Bethany Maxfield Chosen as “Teacher of Tomorrow”

Bethany Maxfield, a 2014 BYU math education graduate, was recognized with a Teacher of Tomorrow Award by the Utah Association for Supervision and Curriculum Development (UASCD). The UASCD gives Teacher of Tomorrow Awards annually to teachers who show “exemplary achievement and demonstrated promise,” said Louise R. Moulding, UASCD awards chair.

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Bethany Maxfield before receiving her Teacher of Tomorrow Award

Now a first-year math teacher at Timpanogos High School, Maxfield was surprised when she received an email announcing she had been selected for the award. Knowing someone had nominated her gave her the encouragement she needed during her first year of teaching. “When I saw that I had received this award, I felt this extra surge of confidence and this feeling of ‘okay, I am going to keep trying and I am going to keep pushing forward, even though I am feeling like I may never get there,’” Maxfield said.

There can be struggles that come with being a first-year teacher, but Maxfield said receiving this award showed that others had faith in her, so she needed to have faith in herself too. One of Maxfield’s instructors, Scott Hendrickson, associate teaching professor in the Department of Mathematics Education, saw her potential to become an excellent educator and nominated her for the award. “She is willing to stand up to old perspectives and talk about new perspectives,” Hendrickson said. “She is after meaning. She wants [students] to really understand why they do what they do.”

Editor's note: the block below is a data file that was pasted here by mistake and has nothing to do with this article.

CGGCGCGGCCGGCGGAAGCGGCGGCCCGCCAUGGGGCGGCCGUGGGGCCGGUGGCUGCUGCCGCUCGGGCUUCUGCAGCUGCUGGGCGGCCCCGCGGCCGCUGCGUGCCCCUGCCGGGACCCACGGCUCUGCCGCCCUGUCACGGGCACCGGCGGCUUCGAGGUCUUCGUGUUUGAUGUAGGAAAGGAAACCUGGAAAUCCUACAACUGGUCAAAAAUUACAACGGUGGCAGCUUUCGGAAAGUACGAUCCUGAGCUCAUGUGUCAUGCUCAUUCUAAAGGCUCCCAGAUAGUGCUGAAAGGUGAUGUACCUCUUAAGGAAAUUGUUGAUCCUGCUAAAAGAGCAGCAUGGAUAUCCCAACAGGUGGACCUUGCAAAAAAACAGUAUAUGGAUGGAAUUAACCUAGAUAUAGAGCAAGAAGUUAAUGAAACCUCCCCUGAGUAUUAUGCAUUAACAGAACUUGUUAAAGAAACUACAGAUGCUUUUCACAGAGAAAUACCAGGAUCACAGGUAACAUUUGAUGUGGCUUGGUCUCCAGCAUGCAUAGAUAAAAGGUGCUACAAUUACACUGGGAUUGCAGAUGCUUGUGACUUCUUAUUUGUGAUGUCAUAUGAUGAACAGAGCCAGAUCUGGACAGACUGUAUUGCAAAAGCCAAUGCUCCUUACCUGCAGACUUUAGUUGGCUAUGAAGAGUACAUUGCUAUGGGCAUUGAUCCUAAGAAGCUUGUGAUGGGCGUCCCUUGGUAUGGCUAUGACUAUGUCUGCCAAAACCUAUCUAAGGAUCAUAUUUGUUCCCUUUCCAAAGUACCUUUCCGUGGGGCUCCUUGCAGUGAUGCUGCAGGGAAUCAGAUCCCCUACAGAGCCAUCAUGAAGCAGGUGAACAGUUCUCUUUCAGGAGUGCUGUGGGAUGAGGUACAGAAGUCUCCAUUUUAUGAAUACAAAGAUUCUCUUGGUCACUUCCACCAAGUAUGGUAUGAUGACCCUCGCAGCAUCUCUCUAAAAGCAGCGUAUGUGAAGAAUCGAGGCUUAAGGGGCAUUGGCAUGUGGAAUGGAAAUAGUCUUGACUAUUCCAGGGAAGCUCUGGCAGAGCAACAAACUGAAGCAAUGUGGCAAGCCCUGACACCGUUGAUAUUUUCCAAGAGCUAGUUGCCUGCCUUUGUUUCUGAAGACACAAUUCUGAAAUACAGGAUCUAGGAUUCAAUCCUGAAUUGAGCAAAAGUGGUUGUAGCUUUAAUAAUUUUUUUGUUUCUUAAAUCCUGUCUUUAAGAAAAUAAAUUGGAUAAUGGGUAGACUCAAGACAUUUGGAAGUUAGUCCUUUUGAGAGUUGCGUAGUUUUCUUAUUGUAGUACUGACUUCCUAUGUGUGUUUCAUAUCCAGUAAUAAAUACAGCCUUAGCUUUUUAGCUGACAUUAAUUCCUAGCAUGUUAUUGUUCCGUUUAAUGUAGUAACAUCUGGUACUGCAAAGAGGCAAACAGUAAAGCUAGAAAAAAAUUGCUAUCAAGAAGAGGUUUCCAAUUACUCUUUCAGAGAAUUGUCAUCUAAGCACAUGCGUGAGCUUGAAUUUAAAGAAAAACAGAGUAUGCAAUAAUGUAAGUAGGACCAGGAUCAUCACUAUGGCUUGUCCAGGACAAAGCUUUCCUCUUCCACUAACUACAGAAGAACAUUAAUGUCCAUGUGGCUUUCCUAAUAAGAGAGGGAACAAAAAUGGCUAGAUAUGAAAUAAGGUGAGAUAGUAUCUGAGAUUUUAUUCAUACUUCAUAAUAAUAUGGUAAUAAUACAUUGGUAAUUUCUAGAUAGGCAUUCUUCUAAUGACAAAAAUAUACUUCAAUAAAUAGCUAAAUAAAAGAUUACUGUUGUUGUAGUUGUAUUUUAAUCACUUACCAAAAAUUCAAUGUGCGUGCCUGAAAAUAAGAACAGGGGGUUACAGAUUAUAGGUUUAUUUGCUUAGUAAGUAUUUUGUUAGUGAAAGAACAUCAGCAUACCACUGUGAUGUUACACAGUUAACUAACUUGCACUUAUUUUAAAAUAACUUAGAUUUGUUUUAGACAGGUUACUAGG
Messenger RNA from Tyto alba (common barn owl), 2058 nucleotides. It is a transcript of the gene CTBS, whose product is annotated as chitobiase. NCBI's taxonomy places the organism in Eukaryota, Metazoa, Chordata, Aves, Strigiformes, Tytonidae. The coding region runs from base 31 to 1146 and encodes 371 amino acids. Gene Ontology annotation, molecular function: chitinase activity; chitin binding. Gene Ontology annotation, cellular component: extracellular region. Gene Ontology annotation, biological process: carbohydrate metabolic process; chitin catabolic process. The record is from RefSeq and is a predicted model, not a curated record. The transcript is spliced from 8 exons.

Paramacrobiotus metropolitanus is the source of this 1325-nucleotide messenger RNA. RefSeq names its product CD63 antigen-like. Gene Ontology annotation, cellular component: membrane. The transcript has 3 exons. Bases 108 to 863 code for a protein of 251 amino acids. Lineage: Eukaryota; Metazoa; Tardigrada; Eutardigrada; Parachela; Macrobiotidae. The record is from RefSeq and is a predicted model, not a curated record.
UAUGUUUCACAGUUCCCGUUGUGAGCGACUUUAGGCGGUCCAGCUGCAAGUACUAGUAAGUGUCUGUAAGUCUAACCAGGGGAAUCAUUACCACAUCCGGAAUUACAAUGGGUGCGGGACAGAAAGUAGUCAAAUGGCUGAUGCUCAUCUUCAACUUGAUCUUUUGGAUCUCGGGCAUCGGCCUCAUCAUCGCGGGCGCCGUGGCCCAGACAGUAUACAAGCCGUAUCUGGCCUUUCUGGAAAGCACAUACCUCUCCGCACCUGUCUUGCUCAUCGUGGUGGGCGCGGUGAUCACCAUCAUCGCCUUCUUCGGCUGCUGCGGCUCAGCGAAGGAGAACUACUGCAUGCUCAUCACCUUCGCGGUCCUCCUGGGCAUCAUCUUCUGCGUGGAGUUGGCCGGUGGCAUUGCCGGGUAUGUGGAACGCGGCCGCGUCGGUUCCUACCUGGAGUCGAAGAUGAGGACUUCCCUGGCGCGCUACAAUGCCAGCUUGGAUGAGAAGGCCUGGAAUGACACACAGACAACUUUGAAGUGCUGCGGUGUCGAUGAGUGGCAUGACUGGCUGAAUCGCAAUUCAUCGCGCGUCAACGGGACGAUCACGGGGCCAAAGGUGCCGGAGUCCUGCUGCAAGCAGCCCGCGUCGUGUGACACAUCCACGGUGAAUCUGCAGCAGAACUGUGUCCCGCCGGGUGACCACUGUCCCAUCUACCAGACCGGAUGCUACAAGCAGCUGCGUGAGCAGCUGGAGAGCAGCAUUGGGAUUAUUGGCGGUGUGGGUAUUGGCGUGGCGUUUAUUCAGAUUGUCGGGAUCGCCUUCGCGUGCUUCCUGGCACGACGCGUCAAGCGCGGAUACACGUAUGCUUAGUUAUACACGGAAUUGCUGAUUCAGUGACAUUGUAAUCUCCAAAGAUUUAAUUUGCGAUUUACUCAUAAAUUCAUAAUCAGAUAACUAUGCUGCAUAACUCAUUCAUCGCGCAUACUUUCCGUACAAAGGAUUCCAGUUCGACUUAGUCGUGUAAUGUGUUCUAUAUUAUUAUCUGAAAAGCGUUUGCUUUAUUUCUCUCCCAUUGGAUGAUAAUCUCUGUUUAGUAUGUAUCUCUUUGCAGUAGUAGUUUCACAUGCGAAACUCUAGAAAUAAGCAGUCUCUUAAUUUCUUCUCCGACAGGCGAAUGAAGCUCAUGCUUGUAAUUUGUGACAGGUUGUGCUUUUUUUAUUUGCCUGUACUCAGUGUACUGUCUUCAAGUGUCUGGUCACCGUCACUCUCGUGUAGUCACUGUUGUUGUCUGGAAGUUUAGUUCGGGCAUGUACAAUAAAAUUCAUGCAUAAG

Maxfield said that every day she is trying to figure out what works and what doesn’t and then implement successful things. The end goal of each day is to make sure the students feel what they are being taught that day really does matter in their lives.

Never allowing herself to get comfortable is another idea important to Maxfield. To be continually progressing and improving is what she wants to see, not just for herself but for the education profession as well. “She wants to be well prepared,” Hendrickson said. “She will put in the time and effort that it takes to be well prepared to [teach].”

Growing up in Salt Lake City, Maxfield was drawn to the teaching profession because of the opportunity to directly influence people every day. She explained that other jobs just don’t provide the type of interaction with people that she was looking for. Teaching gives her the chance to work directly with students and have an influence on their future.

Learning at BYU prepared Maxfield for what would be ahead as she entered the teaching profession. The classes she took helped prepare her for real-world teaching, rather than the television world of teaching. For example, the course in classroom management helped prepare her for challenges she would encounter in her first year of teaching.

“I think teaching is a day-to-day thing,” Maxfield said. “Every day I am doing my best to make things a little bit better in my classroom and for my students.” It is this kind of dedication and attention to detail that makes Bethany Maxfield indeed a Teacher of Tomorrow.

Writer: Geoffrey Taylor

Contact: Cindy Glad (801) 422-1922